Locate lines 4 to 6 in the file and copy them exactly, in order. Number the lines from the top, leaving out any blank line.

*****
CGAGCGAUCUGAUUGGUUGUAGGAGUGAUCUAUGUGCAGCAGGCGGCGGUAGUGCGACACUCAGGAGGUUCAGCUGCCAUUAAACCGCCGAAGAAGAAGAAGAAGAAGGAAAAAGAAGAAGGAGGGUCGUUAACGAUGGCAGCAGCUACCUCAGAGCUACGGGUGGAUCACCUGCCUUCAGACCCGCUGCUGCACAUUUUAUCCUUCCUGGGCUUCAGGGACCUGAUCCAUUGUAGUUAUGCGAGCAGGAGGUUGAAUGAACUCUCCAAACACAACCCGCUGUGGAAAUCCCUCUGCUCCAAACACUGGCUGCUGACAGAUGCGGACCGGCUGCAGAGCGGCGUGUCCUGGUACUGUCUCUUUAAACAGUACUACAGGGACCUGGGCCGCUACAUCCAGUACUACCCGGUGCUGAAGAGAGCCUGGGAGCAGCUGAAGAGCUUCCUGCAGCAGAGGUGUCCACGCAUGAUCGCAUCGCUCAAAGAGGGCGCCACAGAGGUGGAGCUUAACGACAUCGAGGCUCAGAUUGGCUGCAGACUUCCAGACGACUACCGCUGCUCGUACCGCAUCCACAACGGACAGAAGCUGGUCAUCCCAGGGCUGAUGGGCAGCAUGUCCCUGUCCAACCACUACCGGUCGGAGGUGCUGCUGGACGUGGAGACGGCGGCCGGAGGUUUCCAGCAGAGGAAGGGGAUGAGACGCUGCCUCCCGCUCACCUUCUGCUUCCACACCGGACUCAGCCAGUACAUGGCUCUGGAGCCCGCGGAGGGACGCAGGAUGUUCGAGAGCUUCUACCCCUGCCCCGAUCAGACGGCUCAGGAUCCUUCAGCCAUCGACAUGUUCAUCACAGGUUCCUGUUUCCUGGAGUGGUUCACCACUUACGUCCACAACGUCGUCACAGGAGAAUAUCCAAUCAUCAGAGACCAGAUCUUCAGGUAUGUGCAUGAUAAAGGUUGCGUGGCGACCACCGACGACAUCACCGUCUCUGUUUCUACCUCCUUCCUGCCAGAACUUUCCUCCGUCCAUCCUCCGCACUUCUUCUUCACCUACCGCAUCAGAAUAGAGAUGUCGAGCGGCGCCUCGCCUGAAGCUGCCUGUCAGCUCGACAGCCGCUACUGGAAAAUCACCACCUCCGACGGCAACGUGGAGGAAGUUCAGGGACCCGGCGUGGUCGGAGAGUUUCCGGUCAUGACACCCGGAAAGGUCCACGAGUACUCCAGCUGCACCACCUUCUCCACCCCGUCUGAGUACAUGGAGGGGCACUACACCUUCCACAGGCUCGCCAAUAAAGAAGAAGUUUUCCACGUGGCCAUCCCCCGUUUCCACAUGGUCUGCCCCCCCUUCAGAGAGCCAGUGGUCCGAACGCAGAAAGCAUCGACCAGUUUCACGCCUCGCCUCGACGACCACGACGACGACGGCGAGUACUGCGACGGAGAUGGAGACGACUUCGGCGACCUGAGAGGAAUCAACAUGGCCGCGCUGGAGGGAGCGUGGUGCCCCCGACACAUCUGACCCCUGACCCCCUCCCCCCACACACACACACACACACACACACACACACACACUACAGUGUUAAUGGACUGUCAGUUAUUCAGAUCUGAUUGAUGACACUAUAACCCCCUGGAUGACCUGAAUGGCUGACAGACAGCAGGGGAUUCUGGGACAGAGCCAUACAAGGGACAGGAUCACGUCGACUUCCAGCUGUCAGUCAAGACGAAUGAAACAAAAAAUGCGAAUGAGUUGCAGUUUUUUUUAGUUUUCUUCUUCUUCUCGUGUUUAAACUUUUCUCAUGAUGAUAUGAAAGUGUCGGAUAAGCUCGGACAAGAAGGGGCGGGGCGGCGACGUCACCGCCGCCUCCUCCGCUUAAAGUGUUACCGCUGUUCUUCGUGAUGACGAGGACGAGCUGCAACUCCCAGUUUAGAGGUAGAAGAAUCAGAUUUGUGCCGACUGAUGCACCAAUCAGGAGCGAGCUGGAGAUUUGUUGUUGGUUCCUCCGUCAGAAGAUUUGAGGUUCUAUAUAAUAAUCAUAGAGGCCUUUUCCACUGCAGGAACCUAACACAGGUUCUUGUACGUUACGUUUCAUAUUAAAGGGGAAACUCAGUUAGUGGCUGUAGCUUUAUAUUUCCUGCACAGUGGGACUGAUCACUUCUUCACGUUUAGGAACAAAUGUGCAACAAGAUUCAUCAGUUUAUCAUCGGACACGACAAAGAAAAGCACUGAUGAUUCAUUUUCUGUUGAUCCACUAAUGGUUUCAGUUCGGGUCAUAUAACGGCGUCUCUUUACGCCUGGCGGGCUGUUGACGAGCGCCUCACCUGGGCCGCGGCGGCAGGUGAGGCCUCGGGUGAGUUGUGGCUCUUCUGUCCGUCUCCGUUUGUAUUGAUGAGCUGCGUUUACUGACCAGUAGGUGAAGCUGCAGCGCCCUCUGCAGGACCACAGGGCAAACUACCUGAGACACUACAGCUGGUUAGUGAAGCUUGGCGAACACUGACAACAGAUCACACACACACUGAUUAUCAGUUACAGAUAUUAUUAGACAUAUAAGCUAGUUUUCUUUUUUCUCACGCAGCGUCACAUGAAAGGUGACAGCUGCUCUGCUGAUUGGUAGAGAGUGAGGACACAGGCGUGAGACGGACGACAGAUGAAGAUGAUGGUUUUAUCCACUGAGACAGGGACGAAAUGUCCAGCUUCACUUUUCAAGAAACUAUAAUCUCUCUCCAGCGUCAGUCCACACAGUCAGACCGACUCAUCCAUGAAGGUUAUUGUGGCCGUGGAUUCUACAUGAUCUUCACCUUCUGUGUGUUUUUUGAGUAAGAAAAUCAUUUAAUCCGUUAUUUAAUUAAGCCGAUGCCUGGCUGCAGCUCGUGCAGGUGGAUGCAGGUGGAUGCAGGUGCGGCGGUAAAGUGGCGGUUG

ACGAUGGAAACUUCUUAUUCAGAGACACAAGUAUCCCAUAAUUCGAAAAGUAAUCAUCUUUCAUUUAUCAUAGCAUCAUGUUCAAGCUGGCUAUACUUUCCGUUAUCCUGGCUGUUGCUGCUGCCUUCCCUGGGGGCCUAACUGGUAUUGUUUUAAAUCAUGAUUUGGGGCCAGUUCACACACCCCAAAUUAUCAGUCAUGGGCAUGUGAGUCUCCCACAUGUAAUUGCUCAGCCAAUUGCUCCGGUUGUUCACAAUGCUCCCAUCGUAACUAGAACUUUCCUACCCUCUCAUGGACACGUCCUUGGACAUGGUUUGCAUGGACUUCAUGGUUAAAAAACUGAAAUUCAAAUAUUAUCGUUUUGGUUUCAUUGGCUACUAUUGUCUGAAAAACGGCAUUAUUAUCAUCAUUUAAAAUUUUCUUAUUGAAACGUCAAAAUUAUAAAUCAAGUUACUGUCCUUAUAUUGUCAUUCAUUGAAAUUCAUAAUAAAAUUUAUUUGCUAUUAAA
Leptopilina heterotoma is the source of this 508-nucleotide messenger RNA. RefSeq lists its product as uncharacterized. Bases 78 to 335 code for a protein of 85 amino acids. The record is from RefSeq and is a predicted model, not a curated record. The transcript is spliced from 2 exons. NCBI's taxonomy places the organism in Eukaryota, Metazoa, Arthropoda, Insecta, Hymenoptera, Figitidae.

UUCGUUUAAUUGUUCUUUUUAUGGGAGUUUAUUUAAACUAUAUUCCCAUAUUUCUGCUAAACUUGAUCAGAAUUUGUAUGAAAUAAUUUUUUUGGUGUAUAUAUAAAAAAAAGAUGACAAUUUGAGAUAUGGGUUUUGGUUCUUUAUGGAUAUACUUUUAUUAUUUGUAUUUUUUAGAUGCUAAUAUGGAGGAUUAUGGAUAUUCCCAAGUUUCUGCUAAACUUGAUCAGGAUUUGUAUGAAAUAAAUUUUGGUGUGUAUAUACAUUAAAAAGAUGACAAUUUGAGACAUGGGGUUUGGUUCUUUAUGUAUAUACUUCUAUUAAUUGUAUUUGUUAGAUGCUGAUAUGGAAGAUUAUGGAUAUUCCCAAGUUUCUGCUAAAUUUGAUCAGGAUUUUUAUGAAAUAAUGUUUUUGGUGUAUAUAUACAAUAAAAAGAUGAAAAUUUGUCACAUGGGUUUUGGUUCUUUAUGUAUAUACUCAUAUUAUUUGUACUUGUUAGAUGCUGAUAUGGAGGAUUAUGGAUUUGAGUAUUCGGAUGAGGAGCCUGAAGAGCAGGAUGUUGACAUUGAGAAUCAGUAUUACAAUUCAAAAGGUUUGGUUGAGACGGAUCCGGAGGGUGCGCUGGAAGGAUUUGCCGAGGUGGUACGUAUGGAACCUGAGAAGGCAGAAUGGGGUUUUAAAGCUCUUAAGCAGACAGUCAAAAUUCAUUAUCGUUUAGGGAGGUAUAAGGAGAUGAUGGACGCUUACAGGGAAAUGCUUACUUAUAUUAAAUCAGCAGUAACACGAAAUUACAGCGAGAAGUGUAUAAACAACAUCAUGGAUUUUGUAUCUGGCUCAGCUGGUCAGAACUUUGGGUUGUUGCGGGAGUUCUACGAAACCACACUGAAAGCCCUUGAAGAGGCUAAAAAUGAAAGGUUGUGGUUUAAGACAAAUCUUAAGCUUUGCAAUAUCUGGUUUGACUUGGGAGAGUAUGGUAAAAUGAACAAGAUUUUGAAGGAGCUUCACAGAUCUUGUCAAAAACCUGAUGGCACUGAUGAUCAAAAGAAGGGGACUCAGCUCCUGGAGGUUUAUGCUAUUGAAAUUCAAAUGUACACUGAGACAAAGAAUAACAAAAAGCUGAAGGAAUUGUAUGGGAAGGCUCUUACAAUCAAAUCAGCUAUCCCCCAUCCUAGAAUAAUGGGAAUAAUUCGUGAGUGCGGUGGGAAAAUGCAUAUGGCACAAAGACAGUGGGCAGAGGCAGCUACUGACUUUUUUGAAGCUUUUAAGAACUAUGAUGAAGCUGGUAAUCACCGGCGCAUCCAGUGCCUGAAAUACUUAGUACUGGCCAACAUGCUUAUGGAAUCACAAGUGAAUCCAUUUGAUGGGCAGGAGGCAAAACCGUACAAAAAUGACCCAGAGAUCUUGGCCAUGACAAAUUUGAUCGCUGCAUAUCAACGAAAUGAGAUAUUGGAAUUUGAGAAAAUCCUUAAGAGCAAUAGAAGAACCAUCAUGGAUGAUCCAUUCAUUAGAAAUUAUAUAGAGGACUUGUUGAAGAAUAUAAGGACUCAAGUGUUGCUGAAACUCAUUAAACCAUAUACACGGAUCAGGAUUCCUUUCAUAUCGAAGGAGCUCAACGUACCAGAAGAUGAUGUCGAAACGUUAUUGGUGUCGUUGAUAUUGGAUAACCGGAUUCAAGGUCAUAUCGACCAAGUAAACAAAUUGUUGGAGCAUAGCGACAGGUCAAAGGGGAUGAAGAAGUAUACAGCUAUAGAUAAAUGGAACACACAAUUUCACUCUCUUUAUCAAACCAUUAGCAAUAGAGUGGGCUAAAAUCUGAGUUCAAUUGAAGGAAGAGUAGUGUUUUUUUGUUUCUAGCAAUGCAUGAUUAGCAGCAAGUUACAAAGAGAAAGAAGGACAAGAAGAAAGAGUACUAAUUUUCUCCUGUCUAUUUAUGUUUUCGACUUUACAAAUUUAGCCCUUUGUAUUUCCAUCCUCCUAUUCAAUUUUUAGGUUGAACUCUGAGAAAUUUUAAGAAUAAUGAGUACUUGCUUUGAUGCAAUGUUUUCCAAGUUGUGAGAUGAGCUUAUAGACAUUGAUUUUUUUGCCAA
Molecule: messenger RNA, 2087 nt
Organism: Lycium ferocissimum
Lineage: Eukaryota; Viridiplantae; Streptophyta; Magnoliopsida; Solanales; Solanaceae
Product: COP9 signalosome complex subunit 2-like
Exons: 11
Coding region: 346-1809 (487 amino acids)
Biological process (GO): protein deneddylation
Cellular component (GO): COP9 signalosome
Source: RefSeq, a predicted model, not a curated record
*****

UUCGUUUAAUUGUUCUUUUUAUGGGAGUUUAUUUAAACUAUAUUCCCAUAUUUCUGCUAAACUUGAUCAGAAUUUGUAUGAAAUAAUUUUUUUGGUGUAUAUAUAAAAAAAAGAUGACAAUUUGAGAUAUGGGUUUUGGUUCUUUAUGGAUAUACUUUUAUUAUUUGUAUUUUUUAGAUGCUAAUAUGGAGGAUUAUGGAUAUUCCCAAGUUUCUGCUAAACUUGAUCAGGAUUUGUAUGAAAUAAAUUUUGGUGUGUAUAUACAUUAAAAAGAUGACAAUUUGAGACAUGGGGUUUGGUUCUUUAUGUAUAUACUUCUAUUAAUUGUAUUUGUUAGAUGCUGAUAUGGAAGAUUAUGGAUAUUCCCAAGUUUCUGCUAAAUUUGAUCAGGAUUUUUAUGAAAUAAUGUUUUUGGUGUAUAUAUACAAUAAAAAGAUGAAAAUUUGUCACAUGGGUUUUGGUUCUUUAUGUAUAUACUCAUAUUAUUUGUACUUGUUAGAUGCUGAUAUGGAGGAUUAUGGAUUUGAGUAUUCGGAUGAGGAGCCUGAAGAGCAGGAUGUUGACAUUGAGAAUCAGUAUUACAAUUCAAAAGGUUUGGUUGAGACGGAUCCGGAGGGUGCGCUGGAAGGAUUUGCCGAGGUGGUACGUAUGGAACCUGAGAAGGCAGAAUGGGGUUUUAAAGCUCUUAAGCAGACAGUCAAAAUUCAUUAUCGUUUAGGGAGGUAUAAGGAGAUGAUGGACGCUUACAGGGAAAUGCUUACUUAUAUUAAAUCAGCAGUAACACGAAAUUACAGCGAGAAGUGUAUAAACAACAUCAUGGAUUUUGUAUCUGGCUCAGCUGGUCAGAACUUUGGGUUGUUGCGGGAGUUCUACGAAACCACACUGAAAGCCCUUGAAGAGGCUAAAAAUGAAAGGUUGUGGUUUAAGACAAAUCUUAAGCUUUGCAAUAUCUGGUUUGACUUGGGAGAGUAUGGUAAAAUGAACAAGAUUUUGAAGGAGCUUCACAGAUCUUGUCAAAAACCUGAUGGCACUGAUGAUCAAAAGAAGGGGACUCAGCUCCUGGAGGUUUAUGCUAUUGAAAUUCAAAUGUACACUGAGACAAAGAAUAACAAAAAGCUGAAGGAAUUGUAUGGGAAGGCUCUUACAAUCAAAUCAGCUAUCCCCCAUCCUAGAAUAAUGGGAAUAAUUCGUGAGUGCGGUGGGAAAAUGCAUAUGGCACAAAGACAGUGGGCAGAGGCAGCUACUGACUUUUUUGAAGCUUUUAAGAACUAUGAUGAAGCUGGUAAUCACCGGCGCAUCCAGUGCCUGAAAUACUUAGUACUGGCCAACAUGCUUAUGGAAUCACAAGUGAAUCCAUUUGAUGGGCAGGAGGCAAAACCGUACAAAAAUGACCCAGAGAUCUUGGCCAUGACAAAUUUGAUCGCUGCAUAUCAACGAAAUGAGAUAUUGGAAUUUGAGAAAAUCCUUAAGAGCAAUAGAAGAACCAUCAUGGAUGAUCCAUUCAUUAGAAAUUAUAUAGAGGACUUGUUGAAGAAUAUAAGGACUCAAGUGUUGCUGAAACUCAUUAAACCAUAUACACGGAUCAGGAUUCCUUUCAUAUCGAAGGAGCUCAACGUACCAGAAGAUGAUGUCGAAACGUUAUUGGUGUCGUUGAUAUUGGAUAACCGGAUUCAAGGUCAUAUCGACCAAGUAAACAAAUUGUUGGAGCAUAGCGACAGGUCAAAGGGGAUGAAGAAGUAUACAGCUAUAGAUAAAUGGAACACACAAUUUCACUCUCUUUAUCAAACCAUUAGCAAUAGAGUGGGCUAAAAUCUGAGUUCAAUUGAAGGAAGAGUAGUGUUUUUUUGUUUCUAGCAAUGCAUGAUUAGCAGCAAGUUACAAAGAGAAAGAAGGACAAGAAGAAAGAGUACUAAUUUUCUCCUGUCUAUUUAUGUUUUCGACUUUACAAAUUUAGCCCUUUGUAUUUCCAUCCUCCUAUUCAAUUUUUAGGUUGAACUCUGAGAAAUUUUAAGAAUAAUGAGUACUUGCUUUGAUGCAAUGUUUUCCAAGUUGUGAGAUGAGCUUAUAGACAUUGAUUUUUUUGCCAA
Molecule: messenger RNA, 2087 nt
Organism: Lycium ferocissimum